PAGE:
Where do you get the interventions or solutions for the problems listed in your care plan? In part, you take them from the continuum of care. What is the continuum of care? It is all the resources for aging adults in your services area. The continuum of care ranges from hospital discharge planners, doctors, elder law attorneys, trust officers, to plumbers, licensed contractors, private duty home health agencies, moving specialists, senior technology teachers, caregiver support groups. It is the body of knowledge of resources you know as a geriatric care manager or aging professional to fix the problems you have just outlined in your care problems.
Every geriatric care manager or aging professional must know a staggering array of other experts who make up the web of senior services in the community. These experts practice in areas to which GCM skills do not extend (attorneys, trust officers, moving companies, plumbers). It is the care manager’s expert knowledge of the continuum of care in the community that is the heart of the care management role. As stated I have blogged before, a Geriatric care manager or aging professional is like Charlotte, the friendly spider. The GCM runs across the web of senior services (continuum of care), linking services, repairing gaps, spinning new solutions, and coordinating answers. You need to know how to locate all those services to implement your care plan and find interventions to the problems you have uncovered.
How do you connect aging client assessments? For example, if you find through your functional assessment that the client’s clothes are dirty and they are not bathing, start with self care deficit in your care plan then list that manifestation of the problem. If you find your caregiver assessment that the family caregiver is depressed and angry and is on the edge of placing the older person even if they are at the level of care- start with caregiver burnout and then list the manifestation of that burnout. You have then connected two different assessments.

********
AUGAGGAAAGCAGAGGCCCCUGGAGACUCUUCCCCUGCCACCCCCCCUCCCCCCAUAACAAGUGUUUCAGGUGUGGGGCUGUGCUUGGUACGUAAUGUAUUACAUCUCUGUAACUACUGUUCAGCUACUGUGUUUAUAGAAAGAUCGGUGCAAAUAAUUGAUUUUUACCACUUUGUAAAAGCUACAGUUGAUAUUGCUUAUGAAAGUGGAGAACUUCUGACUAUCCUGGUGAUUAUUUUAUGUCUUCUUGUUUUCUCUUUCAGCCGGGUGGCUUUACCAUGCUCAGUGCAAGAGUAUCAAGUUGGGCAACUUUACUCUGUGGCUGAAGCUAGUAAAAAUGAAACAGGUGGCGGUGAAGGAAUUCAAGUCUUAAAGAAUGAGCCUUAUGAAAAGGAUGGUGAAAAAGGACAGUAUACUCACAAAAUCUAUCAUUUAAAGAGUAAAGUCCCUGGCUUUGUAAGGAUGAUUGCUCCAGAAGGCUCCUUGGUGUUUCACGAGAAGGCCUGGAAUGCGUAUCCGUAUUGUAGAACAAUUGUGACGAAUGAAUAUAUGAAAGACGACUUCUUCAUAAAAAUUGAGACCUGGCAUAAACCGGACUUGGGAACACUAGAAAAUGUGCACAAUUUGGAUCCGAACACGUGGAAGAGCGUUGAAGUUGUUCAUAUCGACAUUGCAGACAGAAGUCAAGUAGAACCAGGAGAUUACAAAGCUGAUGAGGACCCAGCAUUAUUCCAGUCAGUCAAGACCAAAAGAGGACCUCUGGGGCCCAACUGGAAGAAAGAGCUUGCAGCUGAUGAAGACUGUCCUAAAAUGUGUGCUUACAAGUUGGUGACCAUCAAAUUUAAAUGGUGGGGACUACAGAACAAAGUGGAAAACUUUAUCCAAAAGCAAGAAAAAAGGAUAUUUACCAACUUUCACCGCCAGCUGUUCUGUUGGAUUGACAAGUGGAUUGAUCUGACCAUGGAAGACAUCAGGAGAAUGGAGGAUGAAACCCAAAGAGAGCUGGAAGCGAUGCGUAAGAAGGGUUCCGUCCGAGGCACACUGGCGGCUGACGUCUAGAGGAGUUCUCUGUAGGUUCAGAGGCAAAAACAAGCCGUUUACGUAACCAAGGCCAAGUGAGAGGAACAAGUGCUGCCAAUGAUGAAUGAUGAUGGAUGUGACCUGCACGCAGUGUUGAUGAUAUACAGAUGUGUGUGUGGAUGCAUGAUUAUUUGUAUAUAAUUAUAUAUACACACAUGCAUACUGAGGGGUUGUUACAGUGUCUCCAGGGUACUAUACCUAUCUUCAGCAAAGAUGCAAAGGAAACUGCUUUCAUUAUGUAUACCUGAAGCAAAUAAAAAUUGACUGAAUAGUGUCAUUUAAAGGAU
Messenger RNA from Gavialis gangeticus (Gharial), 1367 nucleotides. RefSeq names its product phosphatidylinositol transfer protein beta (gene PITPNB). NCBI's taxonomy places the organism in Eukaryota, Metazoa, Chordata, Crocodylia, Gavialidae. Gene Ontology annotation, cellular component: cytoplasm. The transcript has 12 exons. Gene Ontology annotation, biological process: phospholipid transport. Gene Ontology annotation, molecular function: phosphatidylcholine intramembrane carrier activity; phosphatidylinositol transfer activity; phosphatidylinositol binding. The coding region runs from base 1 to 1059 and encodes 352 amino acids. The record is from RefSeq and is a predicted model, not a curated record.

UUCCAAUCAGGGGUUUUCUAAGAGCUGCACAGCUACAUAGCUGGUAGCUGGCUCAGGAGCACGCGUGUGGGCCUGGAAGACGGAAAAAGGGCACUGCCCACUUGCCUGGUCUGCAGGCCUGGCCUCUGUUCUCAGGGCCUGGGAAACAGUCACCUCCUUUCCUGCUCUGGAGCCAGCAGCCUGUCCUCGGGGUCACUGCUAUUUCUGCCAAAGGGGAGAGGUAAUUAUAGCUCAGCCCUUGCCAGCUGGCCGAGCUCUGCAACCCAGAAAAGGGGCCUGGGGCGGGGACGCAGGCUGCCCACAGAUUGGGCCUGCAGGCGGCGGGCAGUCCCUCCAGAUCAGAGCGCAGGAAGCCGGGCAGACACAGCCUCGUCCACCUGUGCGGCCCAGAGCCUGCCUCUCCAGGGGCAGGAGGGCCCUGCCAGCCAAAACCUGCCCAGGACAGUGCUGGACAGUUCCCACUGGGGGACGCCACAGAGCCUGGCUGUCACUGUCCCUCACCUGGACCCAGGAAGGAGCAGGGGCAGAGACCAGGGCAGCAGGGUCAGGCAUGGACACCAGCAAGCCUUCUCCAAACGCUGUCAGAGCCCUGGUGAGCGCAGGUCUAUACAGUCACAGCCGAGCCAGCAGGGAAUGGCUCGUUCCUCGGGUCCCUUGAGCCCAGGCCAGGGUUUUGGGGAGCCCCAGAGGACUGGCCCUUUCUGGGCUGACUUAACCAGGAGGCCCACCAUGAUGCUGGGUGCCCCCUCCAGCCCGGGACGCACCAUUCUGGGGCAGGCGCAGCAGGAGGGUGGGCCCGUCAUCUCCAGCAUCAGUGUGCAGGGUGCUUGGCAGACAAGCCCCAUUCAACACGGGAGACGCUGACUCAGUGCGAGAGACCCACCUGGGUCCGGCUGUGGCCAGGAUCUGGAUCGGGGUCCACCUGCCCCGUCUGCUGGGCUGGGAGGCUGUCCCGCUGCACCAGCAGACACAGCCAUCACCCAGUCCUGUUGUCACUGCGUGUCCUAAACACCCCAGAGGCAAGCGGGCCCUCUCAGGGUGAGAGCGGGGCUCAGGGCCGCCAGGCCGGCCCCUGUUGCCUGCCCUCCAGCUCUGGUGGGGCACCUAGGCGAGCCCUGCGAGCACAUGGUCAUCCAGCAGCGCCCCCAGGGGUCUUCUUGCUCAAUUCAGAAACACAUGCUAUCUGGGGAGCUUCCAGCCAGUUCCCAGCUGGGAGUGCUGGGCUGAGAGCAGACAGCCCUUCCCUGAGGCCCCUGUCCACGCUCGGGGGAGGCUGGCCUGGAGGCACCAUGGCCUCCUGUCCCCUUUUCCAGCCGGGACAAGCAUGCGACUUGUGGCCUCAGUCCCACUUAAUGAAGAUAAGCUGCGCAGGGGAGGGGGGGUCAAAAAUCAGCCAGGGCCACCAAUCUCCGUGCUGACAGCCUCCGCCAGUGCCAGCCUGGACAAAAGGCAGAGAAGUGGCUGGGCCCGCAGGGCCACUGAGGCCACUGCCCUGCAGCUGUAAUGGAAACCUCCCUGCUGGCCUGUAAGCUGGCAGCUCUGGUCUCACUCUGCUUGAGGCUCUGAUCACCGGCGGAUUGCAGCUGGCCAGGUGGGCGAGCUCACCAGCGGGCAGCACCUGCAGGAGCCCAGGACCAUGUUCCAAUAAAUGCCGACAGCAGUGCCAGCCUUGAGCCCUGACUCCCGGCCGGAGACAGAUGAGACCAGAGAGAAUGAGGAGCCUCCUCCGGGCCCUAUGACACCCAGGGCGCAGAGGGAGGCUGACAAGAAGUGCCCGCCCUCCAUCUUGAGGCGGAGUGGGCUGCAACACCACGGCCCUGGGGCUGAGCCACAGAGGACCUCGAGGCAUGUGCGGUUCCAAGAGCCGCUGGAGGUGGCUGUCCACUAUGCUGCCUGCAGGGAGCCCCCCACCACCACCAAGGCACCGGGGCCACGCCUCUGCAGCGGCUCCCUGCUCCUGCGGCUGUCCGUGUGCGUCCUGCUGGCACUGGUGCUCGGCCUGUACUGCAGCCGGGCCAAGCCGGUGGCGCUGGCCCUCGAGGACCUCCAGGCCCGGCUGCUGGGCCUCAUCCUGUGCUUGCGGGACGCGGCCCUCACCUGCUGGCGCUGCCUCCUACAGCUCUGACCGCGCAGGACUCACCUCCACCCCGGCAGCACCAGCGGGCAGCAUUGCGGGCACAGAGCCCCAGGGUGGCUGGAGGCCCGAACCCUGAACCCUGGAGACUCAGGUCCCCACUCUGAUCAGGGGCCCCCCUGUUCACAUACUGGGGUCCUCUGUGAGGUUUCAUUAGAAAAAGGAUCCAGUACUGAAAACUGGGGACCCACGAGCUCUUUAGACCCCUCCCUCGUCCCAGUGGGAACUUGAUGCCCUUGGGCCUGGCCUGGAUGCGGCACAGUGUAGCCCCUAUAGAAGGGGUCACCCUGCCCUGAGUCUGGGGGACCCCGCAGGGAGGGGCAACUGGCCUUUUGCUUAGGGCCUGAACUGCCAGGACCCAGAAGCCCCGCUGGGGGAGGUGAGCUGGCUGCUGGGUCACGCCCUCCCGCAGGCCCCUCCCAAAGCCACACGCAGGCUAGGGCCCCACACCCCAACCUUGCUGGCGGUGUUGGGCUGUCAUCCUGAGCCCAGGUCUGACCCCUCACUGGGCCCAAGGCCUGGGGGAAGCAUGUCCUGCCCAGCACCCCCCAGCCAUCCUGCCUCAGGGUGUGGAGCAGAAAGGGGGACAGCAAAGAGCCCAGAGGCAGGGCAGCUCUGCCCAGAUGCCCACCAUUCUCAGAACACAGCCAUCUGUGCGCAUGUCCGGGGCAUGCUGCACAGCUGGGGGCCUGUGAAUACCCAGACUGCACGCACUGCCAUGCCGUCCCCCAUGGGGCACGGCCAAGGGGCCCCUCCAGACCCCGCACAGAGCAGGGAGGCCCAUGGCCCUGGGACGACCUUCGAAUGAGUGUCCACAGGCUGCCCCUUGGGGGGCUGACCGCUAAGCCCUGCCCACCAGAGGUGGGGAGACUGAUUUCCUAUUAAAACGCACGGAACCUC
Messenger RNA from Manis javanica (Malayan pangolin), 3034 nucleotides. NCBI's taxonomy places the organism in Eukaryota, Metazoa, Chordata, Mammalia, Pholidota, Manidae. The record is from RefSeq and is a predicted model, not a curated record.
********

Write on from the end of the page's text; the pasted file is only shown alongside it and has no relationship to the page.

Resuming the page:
Frequently, many older clients have similar deficits as they age. Most care plans will include one or more of these problems, and it is good to incorporate this list into your psychosocial and functional assessment tools. These can become a pick list you can add to the beginning of your care plan because many of them will appear in your care plan.
What is the next step in creating a care plan? You started with the initial reason the family member or client called you as a geriatric care manager or aging professional. The first assessment you turned to is your functional assessment. After addressing the first problem, you continued creating your care plan by listing the client’s problems from your functional problems.
Next you list the psychosocial problems taken from your psychosocial assessment. Say our Parkinson’s client’s adult children are arguing about whether to place him at a higher level of care or keep him at home. This would be a psychosocial problem and a family meeting initiated by you the GCM or aging professional would be the intervention in your care plan. Perhaps our older client is living with an older woman companion and the adult children suspect her of trying to get their father to change his trust in her favor. That would be a psychosocial problem and the solution would be to identify your Parkinson’s client elder law attorney and, with the adult children’s consent, set up a meeting with the family and the elder law attorney to discuss their concerns about fiscal elder abuse. You do a geriatric depression scale and find your elderly Parkinson’ client is depressed. Your psychosocial intervention may be to make an appointment with his physician and have him evaluated and to identify some activities he could take place in that would increase his quality of life and decrease his depression.